Impeachment End Game in Sight as GOP Senators Plan for Acquittal after Witness Vote

Senate Majority Leader Mitch McConnell, R-Ky., speaks with the media after the Senate Policy Luncheon in Capitol Hill in Washington, Wednesday, Oct. 16, 2019. (AP Photo/Jose Luis Magana)

Senate GOP leaders are mulling a quick end to the impeachment trial if the vote to call witnesses fails.

Politico is reporting that Majority Leader Mitch McConnell may use some procedural moves to bring an end to debate and vote for Trump’s acquittal. If, as expected, the vote to call witnesses fails and Democrats are unable to introduce more evidence or depose more witnesses, the vote to acquit could come as early as Friday, says Senator John Barrasso.


“The question is going to come to ‘Have you heard enough to make a decision or do you want witnesses?’ If people say, ‘We’re ready to vote,’ we’re going to vote right then,” said Sen. John Barrasso (Wyo.), the number three Senate Republican.

Barrasso suggested that an acquittal vote could take place as soon as Friday — if senators don’t agree to subpoena additional witnesses or documentary evidence. Under the organizing resolution that controls the proceedings, Democrats could offer additional motions if the Senate votes down deposing additional witnesses — including former national security adviser John Bolton — but Republicans could then move to shut down debate and call for an up-or-down vote on acquittal.

“We would,” said Sen. Joni Ernst (Iowa) of the quick acquittal vote. “If it fails, no more witnesses, no more documents. Then we would, I would think … I would imagine that then we would roll into that.”

Any move by the Democrats to stall will be seen as a partisan attempt to damage the president. Democrats would do well to end this fiasco and go on to the next investigation of the Trump presidency.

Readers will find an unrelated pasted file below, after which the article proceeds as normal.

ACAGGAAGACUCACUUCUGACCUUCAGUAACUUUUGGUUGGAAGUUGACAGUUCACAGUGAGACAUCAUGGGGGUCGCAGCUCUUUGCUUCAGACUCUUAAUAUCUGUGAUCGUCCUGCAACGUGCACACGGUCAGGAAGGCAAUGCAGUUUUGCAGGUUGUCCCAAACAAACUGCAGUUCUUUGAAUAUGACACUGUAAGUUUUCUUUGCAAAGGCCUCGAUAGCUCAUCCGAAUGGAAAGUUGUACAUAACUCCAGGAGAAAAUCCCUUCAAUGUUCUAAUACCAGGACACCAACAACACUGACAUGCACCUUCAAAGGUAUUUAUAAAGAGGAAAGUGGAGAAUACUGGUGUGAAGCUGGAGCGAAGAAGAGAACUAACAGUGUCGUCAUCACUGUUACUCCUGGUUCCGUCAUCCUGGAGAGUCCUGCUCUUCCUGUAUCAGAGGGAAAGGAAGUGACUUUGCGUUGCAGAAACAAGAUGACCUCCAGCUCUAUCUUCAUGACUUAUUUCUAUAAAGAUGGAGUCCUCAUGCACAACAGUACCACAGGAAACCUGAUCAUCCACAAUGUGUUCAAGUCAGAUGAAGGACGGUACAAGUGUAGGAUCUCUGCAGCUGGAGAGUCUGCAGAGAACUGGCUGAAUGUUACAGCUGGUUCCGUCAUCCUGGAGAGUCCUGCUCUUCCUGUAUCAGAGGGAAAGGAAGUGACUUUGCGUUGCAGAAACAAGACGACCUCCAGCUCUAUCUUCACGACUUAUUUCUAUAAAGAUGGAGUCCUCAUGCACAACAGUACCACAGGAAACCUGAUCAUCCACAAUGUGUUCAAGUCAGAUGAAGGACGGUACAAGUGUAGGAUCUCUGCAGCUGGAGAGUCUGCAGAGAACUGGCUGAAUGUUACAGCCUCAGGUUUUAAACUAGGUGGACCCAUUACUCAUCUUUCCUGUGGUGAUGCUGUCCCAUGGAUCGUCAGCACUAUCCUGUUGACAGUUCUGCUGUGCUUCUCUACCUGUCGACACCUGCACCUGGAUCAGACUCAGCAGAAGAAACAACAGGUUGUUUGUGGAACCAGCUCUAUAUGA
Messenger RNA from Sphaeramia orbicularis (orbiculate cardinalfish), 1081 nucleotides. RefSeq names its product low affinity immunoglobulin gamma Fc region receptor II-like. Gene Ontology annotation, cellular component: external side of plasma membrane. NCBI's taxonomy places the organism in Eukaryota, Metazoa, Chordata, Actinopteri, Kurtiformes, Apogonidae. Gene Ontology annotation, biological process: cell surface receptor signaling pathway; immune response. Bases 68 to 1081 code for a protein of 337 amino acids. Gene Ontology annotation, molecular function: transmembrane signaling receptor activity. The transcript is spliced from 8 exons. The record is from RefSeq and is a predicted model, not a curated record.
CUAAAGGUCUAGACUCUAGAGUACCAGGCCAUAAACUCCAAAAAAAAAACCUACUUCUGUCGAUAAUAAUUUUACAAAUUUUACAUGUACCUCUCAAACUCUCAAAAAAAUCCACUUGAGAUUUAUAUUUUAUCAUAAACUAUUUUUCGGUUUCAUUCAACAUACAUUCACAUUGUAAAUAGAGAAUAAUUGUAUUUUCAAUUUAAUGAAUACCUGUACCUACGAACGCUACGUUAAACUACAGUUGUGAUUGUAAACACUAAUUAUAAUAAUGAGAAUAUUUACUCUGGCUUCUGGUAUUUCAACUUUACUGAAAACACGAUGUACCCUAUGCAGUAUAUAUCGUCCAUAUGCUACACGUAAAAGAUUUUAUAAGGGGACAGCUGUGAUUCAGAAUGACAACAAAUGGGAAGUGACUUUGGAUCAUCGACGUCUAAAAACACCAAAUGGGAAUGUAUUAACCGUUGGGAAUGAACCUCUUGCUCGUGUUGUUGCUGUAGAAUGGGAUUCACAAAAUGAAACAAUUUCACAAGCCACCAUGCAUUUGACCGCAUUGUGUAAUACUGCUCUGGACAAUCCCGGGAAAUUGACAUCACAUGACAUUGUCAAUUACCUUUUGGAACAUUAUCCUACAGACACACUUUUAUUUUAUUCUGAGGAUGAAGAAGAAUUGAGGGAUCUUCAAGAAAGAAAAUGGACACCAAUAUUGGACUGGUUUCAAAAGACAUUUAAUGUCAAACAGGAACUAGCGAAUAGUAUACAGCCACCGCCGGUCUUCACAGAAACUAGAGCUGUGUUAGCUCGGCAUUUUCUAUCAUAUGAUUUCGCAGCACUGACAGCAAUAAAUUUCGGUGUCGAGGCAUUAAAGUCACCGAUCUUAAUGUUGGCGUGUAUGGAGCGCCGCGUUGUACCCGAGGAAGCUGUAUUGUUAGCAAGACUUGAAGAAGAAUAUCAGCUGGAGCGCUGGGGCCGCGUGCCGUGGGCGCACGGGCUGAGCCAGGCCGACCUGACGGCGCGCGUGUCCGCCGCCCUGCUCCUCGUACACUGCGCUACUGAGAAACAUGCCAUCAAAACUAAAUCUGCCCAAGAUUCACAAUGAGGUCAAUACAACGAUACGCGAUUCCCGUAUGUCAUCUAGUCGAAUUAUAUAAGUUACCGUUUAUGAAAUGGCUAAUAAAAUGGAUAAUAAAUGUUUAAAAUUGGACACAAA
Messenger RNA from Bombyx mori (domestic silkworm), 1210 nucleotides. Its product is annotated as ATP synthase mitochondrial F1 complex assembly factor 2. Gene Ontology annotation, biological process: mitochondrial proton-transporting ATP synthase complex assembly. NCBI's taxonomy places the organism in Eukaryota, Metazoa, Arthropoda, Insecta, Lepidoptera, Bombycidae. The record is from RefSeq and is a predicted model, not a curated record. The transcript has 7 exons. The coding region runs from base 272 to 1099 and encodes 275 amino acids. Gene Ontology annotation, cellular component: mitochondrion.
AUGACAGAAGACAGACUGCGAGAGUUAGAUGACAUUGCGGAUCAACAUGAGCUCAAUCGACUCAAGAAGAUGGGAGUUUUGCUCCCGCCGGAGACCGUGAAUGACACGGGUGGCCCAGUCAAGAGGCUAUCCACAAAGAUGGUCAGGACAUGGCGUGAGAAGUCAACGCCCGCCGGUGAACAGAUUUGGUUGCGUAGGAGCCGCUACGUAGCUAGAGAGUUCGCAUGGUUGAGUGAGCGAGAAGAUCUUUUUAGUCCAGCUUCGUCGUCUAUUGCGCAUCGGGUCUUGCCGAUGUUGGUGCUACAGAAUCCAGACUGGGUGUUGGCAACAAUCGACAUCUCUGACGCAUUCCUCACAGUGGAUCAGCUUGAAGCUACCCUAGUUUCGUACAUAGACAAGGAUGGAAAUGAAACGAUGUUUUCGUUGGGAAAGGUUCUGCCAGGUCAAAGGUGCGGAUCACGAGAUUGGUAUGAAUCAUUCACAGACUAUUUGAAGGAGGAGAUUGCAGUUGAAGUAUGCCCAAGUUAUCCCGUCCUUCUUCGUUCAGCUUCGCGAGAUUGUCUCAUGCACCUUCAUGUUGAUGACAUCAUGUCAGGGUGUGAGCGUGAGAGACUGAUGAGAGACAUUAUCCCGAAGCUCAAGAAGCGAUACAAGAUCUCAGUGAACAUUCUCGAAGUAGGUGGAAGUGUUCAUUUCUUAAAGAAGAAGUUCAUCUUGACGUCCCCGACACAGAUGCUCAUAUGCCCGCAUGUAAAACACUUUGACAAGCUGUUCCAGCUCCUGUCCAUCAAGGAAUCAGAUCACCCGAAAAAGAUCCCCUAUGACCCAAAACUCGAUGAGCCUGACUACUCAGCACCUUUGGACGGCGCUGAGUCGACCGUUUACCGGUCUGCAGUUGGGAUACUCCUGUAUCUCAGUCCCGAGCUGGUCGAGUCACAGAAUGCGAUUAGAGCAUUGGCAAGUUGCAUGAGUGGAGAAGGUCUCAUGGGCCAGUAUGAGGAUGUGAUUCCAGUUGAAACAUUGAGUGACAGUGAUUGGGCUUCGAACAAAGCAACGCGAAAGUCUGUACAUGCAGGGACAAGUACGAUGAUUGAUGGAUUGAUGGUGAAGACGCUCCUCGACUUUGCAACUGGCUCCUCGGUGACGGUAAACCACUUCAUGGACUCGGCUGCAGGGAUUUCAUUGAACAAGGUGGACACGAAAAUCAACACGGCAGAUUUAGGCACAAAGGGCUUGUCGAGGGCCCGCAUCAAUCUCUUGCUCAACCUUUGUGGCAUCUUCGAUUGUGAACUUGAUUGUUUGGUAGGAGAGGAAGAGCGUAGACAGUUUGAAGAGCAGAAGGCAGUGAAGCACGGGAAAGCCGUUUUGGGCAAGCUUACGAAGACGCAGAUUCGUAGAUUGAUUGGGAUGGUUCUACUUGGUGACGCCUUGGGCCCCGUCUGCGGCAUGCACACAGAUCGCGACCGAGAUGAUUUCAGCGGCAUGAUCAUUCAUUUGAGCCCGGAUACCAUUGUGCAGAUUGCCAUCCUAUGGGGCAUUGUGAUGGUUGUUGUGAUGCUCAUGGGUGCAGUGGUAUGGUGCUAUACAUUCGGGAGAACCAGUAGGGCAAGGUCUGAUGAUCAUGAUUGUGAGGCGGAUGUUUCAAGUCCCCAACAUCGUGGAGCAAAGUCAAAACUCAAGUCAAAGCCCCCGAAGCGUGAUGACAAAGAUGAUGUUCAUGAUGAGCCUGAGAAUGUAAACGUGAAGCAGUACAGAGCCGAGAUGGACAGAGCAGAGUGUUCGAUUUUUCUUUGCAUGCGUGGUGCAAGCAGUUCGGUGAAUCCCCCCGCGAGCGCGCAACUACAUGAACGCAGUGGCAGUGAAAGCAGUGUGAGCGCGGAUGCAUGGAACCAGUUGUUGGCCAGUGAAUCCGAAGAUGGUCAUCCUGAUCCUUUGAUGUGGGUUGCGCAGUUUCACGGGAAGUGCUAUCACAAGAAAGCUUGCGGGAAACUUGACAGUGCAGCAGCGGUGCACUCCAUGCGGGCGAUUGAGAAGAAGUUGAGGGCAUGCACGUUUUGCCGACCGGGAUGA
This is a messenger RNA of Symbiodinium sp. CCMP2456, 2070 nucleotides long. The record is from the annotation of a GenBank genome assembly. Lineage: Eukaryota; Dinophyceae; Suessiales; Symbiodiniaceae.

For their part, Senate Democrats are already trying to figure out how to combat McConnell if the GOP pursues this strategy.

“So the rules would have the vote on the articles come up immediately after a failed vote on witnesses. I think we are exploring what our options would be if we lost that witness vote,” said Sen. Chris Murphy (D-Conn.). “McConnell I would imagine would go straight [to the acquittal vote]. The rules don’t provide for anything.”

Following the conclusion of Trump’s lawyer’s presentation, there are supposed to be 16 hours of questions to the House managers. It’s expected that this sideshow will be highly scripted by both sides — about as spontaneous as a reality show. After that, McConnell should move for a vote. Democrats wouldn’t be able to stop it.

There may be a few roadblocks put in McConnell’s way. The centrist Republicans might object to such a hasty end to the trial that deviates from the Clinton impeachment model. Other Senators may want to use the attention drawn to the trial to make a statement of some kind.

Impeachment is the most boring show in Washington. Ending it would be in everyone’s interest.



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